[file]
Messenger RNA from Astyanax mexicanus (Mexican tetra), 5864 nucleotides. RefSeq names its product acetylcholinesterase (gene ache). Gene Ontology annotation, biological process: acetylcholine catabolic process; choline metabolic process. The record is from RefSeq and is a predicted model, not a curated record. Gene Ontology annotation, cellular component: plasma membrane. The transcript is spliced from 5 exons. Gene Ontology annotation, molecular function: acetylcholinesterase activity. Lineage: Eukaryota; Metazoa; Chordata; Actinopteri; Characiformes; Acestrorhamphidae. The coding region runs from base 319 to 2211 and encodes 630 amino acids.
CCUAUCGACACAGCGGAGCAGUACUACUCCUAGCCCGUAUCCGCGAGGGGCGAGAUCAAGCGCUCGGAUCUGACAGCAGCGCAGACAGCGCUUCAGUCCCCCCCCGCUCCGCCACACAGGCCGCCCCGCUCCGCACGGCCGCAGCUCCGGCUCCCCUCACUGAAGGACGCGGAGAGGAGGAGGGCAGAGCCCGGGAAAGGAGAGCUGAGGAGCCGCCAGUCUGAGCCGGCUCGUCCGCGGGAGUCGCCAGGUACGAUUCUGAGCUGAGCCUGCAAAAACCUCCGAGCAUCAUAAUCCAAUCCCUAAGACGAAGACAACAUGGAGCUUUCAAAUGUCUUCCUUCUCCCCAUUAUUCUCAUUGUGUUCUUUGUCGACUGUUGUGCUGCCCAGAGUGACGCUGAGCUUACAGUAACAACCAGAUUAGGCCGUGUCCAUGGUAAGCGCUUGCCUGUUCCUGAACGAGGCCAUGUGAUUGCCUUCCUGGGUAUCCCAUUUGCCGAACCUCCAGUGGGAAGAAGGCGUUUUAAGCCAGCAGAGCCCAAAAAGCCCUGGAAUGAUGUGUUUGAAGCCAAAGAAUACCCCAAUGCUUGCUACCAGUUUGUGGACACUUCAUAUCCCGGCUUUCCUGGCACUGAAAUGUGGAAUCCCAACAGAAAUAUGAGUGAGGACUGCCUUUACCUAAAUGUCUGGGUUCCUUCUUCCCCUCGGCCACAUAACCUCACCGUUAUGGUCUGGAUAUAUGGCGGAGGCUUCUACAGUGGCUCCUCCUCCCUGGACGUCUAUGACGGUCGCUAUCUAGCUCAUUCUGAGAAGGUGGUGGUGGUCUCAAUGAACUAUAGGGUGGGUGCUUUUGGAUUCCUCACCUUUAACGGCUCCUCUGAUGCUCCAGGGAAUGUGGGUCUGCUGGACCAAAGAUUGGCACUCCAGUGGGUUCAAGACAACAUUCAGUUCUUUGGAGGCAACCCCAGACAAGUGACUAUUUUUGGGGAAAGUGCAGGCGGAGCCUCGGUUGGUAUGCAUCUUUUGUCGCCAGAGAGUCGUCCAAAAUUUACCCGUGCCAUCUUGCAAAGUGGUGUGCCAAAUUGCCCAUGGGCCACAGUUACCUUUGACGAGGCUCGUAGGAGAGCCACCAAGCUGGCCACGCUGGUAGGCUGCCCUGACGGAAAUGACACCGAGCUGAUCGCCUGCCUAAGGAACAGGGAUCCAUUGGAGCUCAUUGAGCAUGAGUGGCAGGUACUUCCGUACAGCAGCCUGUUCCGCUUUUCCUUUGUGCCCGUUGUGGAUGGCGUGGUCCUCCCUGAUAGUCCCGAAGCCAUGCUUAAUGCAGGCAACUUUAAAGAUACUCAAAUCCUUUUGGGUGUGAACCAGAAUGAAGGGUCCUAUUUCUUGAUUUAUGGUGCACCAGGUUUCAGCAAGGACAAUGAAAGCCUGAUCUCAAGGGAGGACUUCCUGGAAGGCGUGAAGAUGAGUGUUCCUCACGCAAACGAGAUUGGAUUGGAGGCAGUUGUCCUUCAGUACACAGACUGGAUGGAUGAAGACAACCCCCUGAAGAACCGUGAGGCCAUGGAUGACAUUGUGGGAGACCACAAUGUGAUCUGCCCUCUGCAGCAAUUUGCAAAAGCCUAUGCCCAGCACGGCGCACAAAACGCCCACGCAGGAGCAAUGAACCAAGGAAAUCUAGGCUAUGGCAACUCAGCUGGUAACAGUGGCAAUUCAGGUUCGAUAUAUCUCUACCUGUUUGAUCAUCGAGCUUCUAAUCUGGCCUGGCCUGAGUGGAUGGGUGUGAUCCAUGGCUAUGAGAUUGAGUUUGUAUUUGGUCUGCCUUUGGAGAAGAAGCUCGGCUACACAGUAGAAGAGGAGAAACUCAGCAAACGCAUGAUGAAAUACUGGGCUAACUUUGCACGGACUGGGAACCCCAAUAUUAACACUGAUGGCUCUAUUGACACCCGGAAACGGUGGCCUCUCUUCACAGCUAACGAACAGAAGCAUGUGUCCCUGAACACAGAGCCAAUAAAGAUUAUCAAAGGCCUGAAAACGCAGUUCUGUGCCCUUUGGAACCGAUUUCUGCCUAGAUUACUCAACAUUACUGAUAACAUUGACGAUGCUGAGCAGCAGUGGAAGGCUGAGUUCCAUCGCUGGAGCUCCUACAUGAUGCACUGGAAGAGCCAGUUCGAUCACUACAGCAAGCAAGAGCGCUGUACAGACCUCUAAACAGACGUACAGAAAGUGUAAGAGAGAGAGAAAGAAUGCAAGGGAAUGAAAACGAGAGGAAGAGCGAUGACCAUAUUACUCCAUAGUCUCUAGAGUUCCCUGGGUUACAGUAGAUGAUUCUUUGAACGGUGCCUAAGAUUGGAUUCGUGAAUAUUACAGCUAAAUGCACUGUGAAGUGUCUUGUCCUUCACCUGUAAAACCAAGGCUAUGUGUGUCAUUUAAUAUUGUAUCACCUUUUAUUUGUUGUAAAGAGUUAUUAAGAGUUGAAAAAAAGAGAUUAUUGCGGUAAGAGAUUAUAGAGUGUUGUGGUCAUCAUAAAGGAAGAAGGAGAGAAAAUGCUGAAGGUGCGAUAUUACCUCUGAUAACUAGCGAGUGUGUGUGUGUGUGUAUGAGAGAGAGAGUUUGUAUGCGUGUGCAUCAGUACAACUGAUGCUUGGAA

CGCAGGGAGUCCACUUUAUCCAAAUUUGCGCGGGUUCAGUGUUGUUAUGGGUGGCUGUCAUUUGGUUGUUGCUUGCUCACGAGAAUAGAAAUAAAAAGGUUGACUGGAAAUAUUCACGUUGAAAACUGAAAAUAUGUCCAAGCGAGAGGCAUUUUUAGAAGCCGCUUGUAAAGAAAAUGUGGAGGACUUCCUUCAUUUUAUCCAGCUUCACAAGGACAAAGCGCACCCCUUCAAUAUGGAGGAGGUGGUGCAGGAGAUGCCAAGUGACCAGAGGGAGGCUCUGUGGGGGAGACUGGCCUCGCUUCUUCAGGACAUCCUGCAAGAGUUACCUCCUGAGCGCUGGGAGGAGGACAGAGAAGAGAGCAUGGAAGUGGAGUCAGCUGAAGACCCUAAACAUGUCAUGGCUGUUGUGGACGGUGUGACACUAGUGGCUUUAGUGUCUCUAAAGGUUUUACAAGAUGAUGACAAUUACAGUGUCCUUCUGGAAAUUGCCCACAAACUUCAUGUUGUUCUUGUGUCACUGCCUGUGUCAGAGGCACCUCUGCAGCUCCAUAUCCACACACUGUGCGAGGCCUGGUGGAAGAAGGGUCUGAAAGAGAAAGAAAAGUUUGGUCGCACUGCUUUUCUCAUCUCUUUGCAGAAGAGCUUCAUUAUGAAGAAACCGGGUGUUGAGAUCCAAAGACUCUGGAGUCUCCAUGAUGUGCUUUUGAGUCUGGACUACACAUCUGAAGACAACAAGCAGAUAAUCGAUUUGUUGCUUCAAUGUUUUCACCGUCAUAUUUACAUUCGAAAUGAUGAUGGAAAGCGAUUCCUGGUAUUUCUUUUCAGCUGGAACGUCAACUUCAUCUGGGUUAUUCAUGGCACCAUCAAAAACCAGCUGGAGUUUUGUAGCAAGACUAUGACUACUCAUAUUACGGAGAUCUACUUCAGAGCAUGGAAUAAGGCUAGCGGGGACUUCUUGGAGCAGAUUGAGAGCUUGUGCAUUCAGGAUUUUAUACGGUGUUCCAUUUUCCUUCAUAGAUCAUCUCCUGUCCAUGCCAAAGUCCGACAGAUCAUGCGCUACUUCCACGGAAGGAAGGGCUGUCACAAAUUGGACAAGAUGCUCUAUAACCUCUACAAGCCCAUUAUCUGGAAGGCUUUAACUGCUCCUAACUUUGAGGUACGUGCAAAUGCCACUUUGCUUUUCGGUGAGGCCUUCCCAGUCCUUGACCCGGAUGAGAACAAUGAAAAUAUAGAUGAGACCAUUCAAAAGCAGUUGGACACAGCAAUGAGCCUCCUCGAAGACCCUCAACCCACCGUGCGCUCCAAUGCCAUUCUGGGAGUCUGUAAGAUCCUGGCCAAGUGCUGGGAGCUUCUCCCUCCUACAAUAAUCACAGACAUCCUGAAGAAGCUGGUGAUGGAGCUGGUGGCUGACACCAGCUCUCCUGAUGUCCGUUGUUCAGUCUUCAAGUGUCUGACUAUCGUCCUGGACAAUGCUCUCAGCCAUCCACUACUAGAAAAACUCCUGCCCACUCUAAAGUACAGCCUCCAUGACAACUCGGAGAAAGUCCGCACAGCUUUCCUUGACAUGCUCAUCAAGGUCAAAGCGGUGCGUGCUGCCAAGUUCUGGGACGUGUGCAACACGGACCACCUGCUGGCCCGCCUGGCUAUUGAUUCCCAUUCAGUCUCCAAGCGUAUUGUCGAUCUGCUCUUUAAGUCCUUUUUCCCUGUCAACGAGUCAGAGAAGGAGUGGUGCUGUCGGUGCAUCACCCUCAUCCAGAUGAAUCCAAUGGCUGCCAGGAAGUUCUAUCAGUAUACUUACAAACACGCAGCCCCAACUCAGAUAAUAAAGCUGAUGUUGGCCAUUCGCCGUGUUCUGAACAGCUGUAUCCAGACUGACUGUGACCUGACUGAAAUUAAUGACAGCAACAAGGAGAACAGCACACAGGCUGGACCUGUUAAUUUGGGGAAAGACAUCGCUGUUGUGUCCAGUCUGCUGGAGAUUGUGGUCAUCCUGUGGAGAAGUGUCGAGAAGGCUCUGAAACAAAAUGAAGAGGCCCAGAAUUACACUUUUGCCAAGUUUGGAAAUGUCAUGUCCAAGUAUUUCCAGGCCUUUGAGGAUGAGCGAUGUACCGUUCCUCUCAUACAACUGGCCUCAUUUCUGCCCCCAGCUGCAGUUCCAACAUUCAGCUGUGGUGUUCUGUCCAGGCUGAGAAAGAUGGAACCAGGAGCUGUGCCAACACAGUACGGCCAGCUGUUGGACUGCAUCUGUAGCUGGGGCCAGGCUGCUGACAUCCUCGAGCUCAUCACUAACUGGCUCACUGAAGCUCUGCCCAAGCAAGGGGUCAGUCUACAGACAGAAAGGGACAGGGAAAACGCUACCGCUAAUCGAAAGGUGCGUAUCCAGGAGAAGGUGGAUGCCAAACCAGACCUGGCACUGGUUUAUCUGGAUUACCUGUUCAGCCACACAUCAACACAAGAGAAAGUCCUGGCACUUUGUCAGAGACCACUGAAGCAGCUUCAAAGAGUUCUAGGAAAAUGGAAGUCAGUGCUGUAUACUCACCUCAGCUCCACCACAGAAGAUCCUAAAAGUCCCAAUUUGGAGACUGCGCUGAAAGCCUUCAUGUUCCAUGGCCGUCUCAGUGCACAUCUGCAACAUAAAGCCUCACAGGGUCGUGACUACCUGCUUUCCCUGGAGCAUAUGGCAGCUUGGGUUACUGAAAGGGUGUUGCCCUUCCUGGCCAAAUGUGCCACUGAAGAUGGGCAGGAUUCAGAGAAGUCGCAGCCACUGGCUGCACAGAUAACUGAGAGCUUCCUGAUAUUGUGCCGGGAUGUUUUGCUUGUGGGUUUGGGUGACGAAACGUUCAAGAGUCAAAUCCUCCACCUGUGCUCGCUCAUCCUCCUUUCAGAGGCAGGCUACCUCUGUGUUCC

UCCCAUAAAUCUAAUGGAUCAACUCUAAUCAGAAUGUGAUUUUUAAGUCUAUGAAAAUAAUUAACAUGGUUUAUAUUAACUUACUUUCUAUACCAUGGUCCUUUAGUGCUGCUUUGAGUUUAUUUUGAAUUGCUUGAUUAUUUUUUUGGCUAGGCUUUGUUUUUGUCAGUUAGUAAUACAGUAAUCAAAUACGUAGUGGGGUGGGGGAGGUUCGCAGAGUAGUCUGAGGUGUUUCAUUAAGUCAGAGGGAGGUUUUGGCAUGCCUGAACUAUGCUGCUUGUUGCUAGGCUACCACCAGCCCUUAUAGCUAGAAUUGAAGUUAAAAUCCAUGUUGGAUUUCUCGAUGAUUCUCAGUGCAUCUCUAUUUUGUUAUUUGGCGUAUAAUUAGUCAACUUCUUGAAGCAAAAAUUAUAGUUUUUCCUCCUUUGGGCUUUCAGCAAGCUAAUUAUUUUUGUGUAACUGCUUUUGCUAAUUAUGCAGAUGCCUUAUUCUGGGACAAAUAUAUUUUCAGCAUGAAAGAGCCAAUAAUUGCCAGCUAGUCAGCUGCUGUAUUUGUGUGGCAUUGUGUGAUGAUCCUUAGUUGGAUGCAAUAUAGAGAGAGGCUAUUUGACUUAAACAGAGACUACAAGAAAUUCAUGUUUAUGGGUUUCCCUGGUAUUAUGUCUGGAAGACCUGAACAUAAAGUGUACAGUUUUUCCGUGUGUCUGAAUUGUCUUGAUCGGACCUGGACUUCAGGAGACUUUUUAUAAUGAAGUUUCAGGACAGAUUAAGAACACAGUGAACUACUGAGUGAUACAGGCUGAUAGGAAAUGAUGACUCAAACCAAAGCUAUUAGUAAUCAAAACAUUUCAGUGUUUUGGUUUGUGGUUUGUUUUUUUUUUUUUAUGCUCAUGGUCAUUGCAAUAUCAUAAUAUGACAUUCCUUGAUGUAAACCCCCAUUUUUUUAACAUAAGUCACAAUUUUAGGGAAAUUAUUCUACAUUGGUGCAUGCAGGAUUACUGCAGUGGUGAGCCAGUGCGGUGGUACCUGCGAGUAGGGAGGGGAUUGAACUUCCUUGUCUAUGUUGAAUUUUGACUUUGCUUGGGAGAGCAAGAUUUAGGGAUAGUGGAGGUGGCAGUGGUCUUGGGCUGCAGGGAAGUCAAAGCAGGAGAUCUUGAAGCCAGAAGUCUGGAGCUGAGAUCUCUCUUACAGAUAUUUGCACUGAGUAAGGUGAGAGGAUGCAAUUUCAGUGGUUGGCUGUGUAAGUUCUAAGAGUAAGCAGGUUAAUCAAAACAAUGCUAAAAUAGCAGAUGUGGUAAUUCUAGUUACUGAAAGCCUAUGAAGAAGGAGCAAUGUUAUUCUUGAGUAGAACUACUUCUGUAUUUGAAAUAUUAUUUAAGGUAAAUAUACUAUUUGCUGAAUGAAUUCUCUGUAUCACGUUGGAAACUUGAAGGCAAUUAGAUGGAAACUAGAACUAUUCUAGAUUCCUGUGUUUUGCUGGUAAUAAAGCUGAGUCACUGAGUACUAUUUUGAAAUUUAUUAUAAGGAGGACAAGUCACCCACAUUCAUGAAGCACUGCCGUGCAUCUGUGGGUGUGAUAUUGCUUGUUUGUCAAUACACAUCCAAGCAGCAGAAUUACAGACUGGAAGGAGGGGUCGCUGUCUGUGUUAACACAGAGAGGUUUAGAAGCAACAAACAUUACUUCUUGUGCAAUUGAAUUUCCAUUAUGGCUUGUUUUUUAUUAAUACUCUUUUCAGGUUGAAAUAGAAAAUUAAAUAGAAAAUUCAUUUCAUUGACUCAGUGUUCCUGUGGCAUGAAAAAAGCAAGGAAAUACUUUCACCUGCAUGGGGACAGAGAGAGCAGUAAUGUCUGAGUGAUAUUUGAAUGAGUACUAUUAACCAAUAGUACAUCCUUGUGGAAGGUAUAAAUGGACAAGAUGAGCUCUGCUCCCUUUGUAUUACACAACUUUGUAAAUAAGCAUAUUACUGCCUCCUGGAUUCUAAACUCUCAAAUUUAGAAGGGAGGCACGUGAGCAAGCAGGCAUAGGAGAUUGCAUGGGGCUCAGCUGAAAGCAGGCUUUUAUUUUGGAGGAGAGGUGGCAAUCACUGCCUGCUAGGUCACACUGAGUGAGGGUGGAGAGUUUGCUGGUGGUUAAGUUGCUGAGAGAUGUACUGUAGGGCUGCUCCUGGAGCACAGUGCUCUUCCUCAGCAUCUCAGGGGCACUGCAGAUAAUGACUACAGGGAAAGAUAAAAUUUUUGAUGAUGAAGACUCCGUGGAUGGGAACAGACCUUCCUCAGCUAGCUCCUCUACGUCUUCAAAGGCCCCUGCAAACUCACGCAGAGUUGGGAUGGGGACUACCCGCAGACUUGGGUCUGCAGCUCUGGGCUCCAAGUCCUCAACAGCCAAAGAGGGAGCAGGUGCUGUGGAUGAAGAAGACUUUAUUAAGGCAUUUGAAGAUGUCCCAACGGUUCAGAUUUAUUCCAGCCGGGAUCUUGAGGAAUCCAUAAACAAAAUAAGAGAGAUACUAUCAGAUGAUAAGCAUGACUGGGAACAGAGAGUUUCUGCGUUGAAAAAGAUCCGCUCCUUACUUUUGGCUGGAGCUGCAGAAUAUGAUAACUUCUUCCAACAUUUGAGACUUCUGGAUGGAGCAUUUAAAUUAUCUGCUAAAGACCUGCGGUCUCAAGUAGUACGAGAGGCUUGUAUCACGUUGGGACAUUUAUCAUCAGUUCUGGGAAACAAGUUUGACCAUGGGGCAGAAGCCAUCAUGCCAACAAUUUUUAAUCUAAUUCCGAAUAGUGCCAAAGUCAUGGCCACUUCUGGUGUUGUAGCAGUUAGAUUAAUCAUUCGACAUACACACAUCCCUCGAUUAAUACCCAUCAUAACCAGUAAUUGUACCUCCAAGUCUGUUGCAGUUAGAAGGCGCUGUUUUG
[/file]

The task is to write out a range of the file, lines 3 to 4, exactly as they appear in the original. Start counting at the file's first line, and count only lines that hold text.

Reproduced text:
CGCAGGGAGUCCACUUUAUCCAAAUUUGCGCGGGUUCAGUGUUGUUAUGGGUGGCUGUCAUUUGGUUGUUGCUUGCUCACGAGAAUAGAAAUAAAAAGGUUGACUGGAAAUAUUCACGUUGAAAACUGAAAAUAUGUCCAAGCGAGAGGCAUUUUUAGAAGCCGCUUGUAAAGAAAAUGUGGAGGACUUCCUUCAUUUUAUCCAGCUUCACAAGGACAAAGCGCACCCCUUCAAUAUGGAGGAGGUGGUGCAGGAGAUGCCAAGUGACCAGAGGGAGGCUCUGUGGGGGAGACUGGCCUCGCUUCUUCAGGACAUCCUGCAAGAGUUACCUCCUGAGCGCUGGGAGGAGGACAGAGAAGAGAGCAUGGAAGUGGAGUCAGCUGAAGACCCUAAACAUGUCAUGGCUGUUGUGGACGGUGUGACACUAGUGGCUUUAGUGUCUCUAAAGGUUUUACAAGAUGAUGACAAUUACAGUGUCCUUCUGGAAAUUGCCCACAAACUUCAUGUUGUUCUUGUGUCACUGCCUGUGUCAGAGGCACCUCUGCAGCUCCAUAUCCACACACUGUGCGAGGCCUGGUGGAAGAAGGGUCUGAAAGAGAAAGAAAAGUUUGGUCGCACUGCUUUUCUCAUCUCUUUGCAGAAGAGCUUCAUUAUGAAGAAACCGGGUGUUGAGAUCCAAAGACUCUGGAGUCUCCAUGAUGUGCUUUUGAGUCUGGACUACACAUCUGAAGACAACAAGCAGAUAAUCGAUUUGUUGCUUCAAUGUUUUCACCGUCAUAUUUACAUUCGAAAUGAUGAUGGAAAGCGAUUCCUGGUAUUUCUUUUCAGCUGGAACGUCAACUUCAUCUGGGUUAUUCAUGGCACCAUCAAAAACCAGCUGGAGUUUUGUAGCAAGACUAUGACUACUCAUAUUACGGAGAUCUACUUCAGAGCAUGGAAUAAGGCUAGCGGGGACUUCUUGGAGCAGAUUGAGAGCUUGUGCAUUCAGGAUUUUAUACGGUGUUCCAUUUUCCUUCAUAGAUCAUCUCCUGUCCAUGCCAAAGUCCGACAGAUCAUGCGCUACUUCCACGGAAGGAAGGGCUGUCACAAAUUGGACAAGAUGCUCUAUAACCUCUACAAGCCCAUUAUCUGGAAGGCUUUAACUGCUCCUAACUUUGAGGUACGUGCAAAUGCCACUUUGCUUUUCGGUGAGGCCUUCCCAGUCCUUGACCCGGAUGAGAACAAUGAAAAUAUAGAUGAGACCAUUCAAAAGCAGUUGGACACAGCAAUGAGCCUCCUCGAAGACCCUCAACCCACCGUGCGCUCCAAUGCCAUUCUGGGAGUCUGUAAGAUCCUGGCCAAGUGCUGGGAGCUUCUCCCUCCUACAAUAAUCACAGACAUCCUGAAGAAGCUGGUGAUGGAGCUGGUGGCUGACACCAGCUCUCCUGAUGUCCGUUGUUCAGUCUUCAAGUGUCUGACUAUCGUCCUGGACAAUGCUCUCAGCCAUCCACUACUAGAAAAACUCCUGCCCACUCUAAAGUACAGCCUCCAUGACAACUCGGAGAAAGUCCGCACAGCUUUCCUUGACAUGCUCAUCAAGGUCAAAGCGGUGCGUGCUGCCAAGUUCUGGGACGUGUGCAACACGGACCACCUGCUGGCCCGCCUGGCUAUUGAUUCCCAUUCAGUCUCCAAGCGUAUUGUCGAUCUGCUCUUUAAGUCCUUUUUCCCUGUCAACGAGUCAGAGAAGGAGUGGUGCUGUCGGUGCAUCACCCUCAUCCAGAUGAAUCCAAUGGCUGCCAGGAAGUUCUAUCAGUAUACUUACAAACACGCAGCCCCAACUCAGAUAAUAAAGCUGAUGUUGGCCAUUCGCCGUGUUCUGAACAGCUGUAUCCAGACUGACUGUGACCUGACUGAAAUUAAUGACAGCAACAAGGAGAACAGCACACAGGCUGGACCUGUUAAUUUGGGGAAAGACAUCGCUGUUGUGUCCAGUCUGCUGGAGAUUGUGGUCAUCCUGUGGAGAAGUGUCGAGAAGGCUCUGAAACAAAAUGAAGAGGCCCAGAAUUACACUUUUGCCAAGUUUGGAAAUGUCAUGUCCAAGUAUUUCCAGGCCUUUGAGGAUGAGCGAUGUACCGUUCCUCUCAUACAACUGGCCUCAUUUCUGCCCCCAGCUGCAGUUCCAACAUUCAGCUGUGGUGUUCUGUCCAGGCUGAGAAAGAUGGAACCAGGAGCUGUGCCAACACAGUACGGCCAGCUGUUGGACUGCAUCUGUAGCUGGGGCCAGGCUGCUGACAUCCUCGAGCUCAUCACUAACUGGCUCACUGAAGCUCUGCCCAAGCAAGGGGUCAGUCUACAGACAGAAAGGGACAGGGAAAACGCUACCGCUAAUCGAAAGGUGCGUAUCCAGGAGAAGGUGGAUGCCAAACCAGACCUGGCACUGGUUUAUCUGGAUUACCUGUUCAGCCACACAUCAACACAAGAGAAAGUCCUGGCACUUUGUCAGAGACCACUGAAGCAGCUUCAAAGAGUUCUAGGAAAAUGGAAGUCAGUGCUGUAUACUCACCUCAGCUCCACCACAGAAGAUCCUAAAAGUCCCAAUUUGGAGACUGCGCUGAAAGCCUUCAUGUUCCAUGGCCGUCUCAGUGCACAUCUGCAACAUAAAGCCUCACAGGGUCGUGACUACCUGCUUUCCCUGGAGCAUAUGGCAGCUUGGGUUACUGAAAGGGUGUUGCCCUUCCUGGCCAAAUGUGCCACUGAAGAUGGGCAGGAUUCAGAGAAGUCGCAGCCACUGGCUGCACAGAUAACUGAGAGCUUCCUGAUAUUGUGCCGGGAUGUUUUGCUUGUGGGUUUGGGUGACGAAACGUUCAAGAGUCAAAUCCUCCACCUGUGCUCGCUCAUCCUCCUUUCAGAGGCAGGCUACCUCUGUGUUCC

UCCCAUAAAUCUAAUGGAUCAACUCUAAUCAGAAUGUGAUUUUUAAGUCUAUGAAAAUAAUUAACAUGGUUUAUAUUAACUUACUUUCUAUACCAUGGUCCUUUAGUGCUGCUUUGAGUUUAUUUUGAAUUGCUUGAUUAUUUUUUUGGCUAGGCUUUGUUUUUGUCAGUUAGUAAUACAGUAAUCAAAUACGUAGUGGGGUGGGGGAGGUUCGCAGAGUAGUCUGAGGUGUUUCAUUAAGUCAGAGGGAGGUUUUGGCAUGCCUGAACUAUGCUGCUUGUUGCUAGGCUACCACCAGCCCUUAUAGCUAGAAUUGAAGUUAAAAUCCAUGUUGGAUUUCUCGAUGAUUCUCAGUGCAUCUCUAUUUUGUUAUUUGGCGUAUAAUUAGUCAACUUCUUGAAGCAAAAAUUAUAGUUUUUCCUCCUUUGGGCUUUCAGCAAGCUAAUUAUUUUUGUGUAACUGCUUUUGCUAAUUAUGCAGAUGCCUUAUUCUGGGACAAAUAUAUUUUCAGCAUGAAAGAGCCAAUAAUUGCCAGCUAGUCAGCUGCUGUAUUUGUGUGGCAUUGUGUGAUGAUCCUUAGUUGGAUGCAAUAUAGAGAGAGGCUAUUUGACUUAAACAGAGACUACAAGAAAUUCAUGUUUAUGGGUUUCCCUGGUAUUAUGUCUGGAAGACCUGAACAUAAAGUGUACAGUUUUUCCGUGUGUCUGAAUUGUCUUGAUCGGACCUGGACUUCAGGAGACUUUUUAUAAUGAAGUUUCAGGACAGAUUAAGAACACAGUGAACUACUGAGUGAUACAGGCUGAUAGGAAAUGAUGACUCAAACCAAAGCUAUUAGUAAUCAAAACAUUUCAGUGUUUUGGUUUGUGGUUUGUUUUUUUUUUUUUAUGCUCAUGGUCAUUGCAAUAUCAUAAUAUGACAUUCCUUGAUGUAAACCCCCAUUUUUUUAACAUAAGUCACAAUUUUAGGGAAAUUAUUCUACAUUGGUGCAUGCAGGAUUACUGCAGUGGUGAGCCAGUGCGGUGGUACCUGCGAGUAGGGAGGGGAUUGAACUUCCUUGUCUAUGUUGAAUUUUGACUUUGCUUGGGAGAGCAAGAUUUAGGGAUAGUGGAGGUGGCAGUGGUCUUGGGCUGCAGGGAAGUCAAAGCAGGAGAUCUUGAAGCCAGAAGUCUGGAGCUGAGAUCUCUCUUACAGAUAUUUGCACUGAGUAAGGUGAGAGGAUGCAAUUUCAGUGGUUGGCUGUGUAAGUUCUAAGAGUAAGCAGGUUAAUCAAAACAAUGCUAAAAUAGCAGAUGUGGUAAUUCUAGUUACUGAAAGCCUAUGAAGAAGGAGCAAUGUUAUUCUUGAGUAGAACUACUUCUGUAUUUGAAAUAUUAUUUAAGGUAAAUAUACUAUUUGCUGAAUGAAUUCUCUGUAUCACGUUGGAAACUUGAAGGCAAUUAGAUGGAAACUAGAACUAUUCUAGAUUCCUGUGUUUUGCUGGUAAUAAAGCUGAGUCACUGAGUACUAUUUUGAAAUUUAUUAUAAGGAGGACAAGUCACCCACAUUCAUGAAGCACUGCCGUGCAUCUGUGGGUGUGAUAUUGCUUGUUUGUCAAUACACAUCCAAGCAGCAGAAUUACAGACUGGAAGGAGGGGUCGCUGUCUGUGUUAACACAGAGAGGUUUAGAAGCAACAAACAUUACUUCUUGUGCAAUUGAAUUUCCAUUAUGGCUUGUUUUUUAUUAAUACUCUUUUCAGGUUGAAAUAGAAAAUUAAAUAGAAAAUUCAUUUCAUUGACUCAGUGUUCCUGUGGCAUGAAAAAAGCAAGGAAAUACUUUCACCUGCAUGGGGACAGAGAGAGCAGUAAUGUCUGAGUGAUAUUUGAAUGAGUACUAUUAACCAAUAGUACAUCCUUGUGGAAGGUAUAAAUGGACAAGAUGAGCUCUGCUCCCUUUGUAUUACACAACUUUGUAAAUAAGCAUAUUACUGCCUCCUGGAUUCUAAACUCUCAAAUUUAGAAGGGAGGCACGUGAGCAAGCAGGCAUAGGAGAUUGCAUGGGGCUCAGCUGAAAGCAGGCUUUUAUUUUGGAGGAGAGGUGGCAAUCACUGCCUGCUAGGUCACACUGAGUGAGGGUGGAGAGUUUGCUGGUGGUUAAGUUGCUGAGAGAUGUACUGUAGGGCUGCUCCUGGAGCACAGUGCUCUUCCUCAGCAUCUCAGGGGCACUGCAGAUAAUGACUACAGGGAAAGAUAAAAUUUUUGAUGAUGAAGACUCCGUGGAUGGGAACAGACCUUCCUCAGCUAGCUCCUCUACGUCUUCAAAGGCCCCUGCAAACUCACGCAGAGUUGGGAUGGGGACUACCCGCAGACUUGGGUCUGCAGCUCUGGGCUCCAAGUCCUCAACAGCCAAAGAGGGAGCAGGUGCUGUGGAUGAAGAAGACUUUAUUAAGGCAUUUGAAGAUGUCCCAACGGUUCAGAUUUAUUCCAGCCGGGAUCUUGAGGAAUCCAUAAACAAAAUAAGAGAGAUACUAUCAGAUGAUAAGCAUGACUGGGAACAGAGAGUUUCUGCGUUGAAAAAGAUCCGCUCCUUACUUUUGGCUGGAGCUGCAGAAUAUGAUAACUUCUUCCAACAUUUGAGACUUCUGGAUGGAGCAUUUAAAUUAUCUGCUAAAGACCUGCGGUCUCAAGUAGUACGAGAGGCUUGUAUCACGUUGGGACAUUUAUCAUCAGUUCUGGGAAACAAGUUUGACCAUGGGGCAGAAGCCAUCAUGCCAACAAUUUUUAAUCUAAUUCCGAAUAGUGCCAAAGUCAUGGCCACUUCUGGUGUUGUAGCAGUUAGAUUAAUCAUUCGACAUACACACAUCCCUCGAUUAAUACCCAUCAUAACCAGUAAUUGUACCUCCAAGUCUGUUGCAGUUAGAAGGCGCUGUUUUG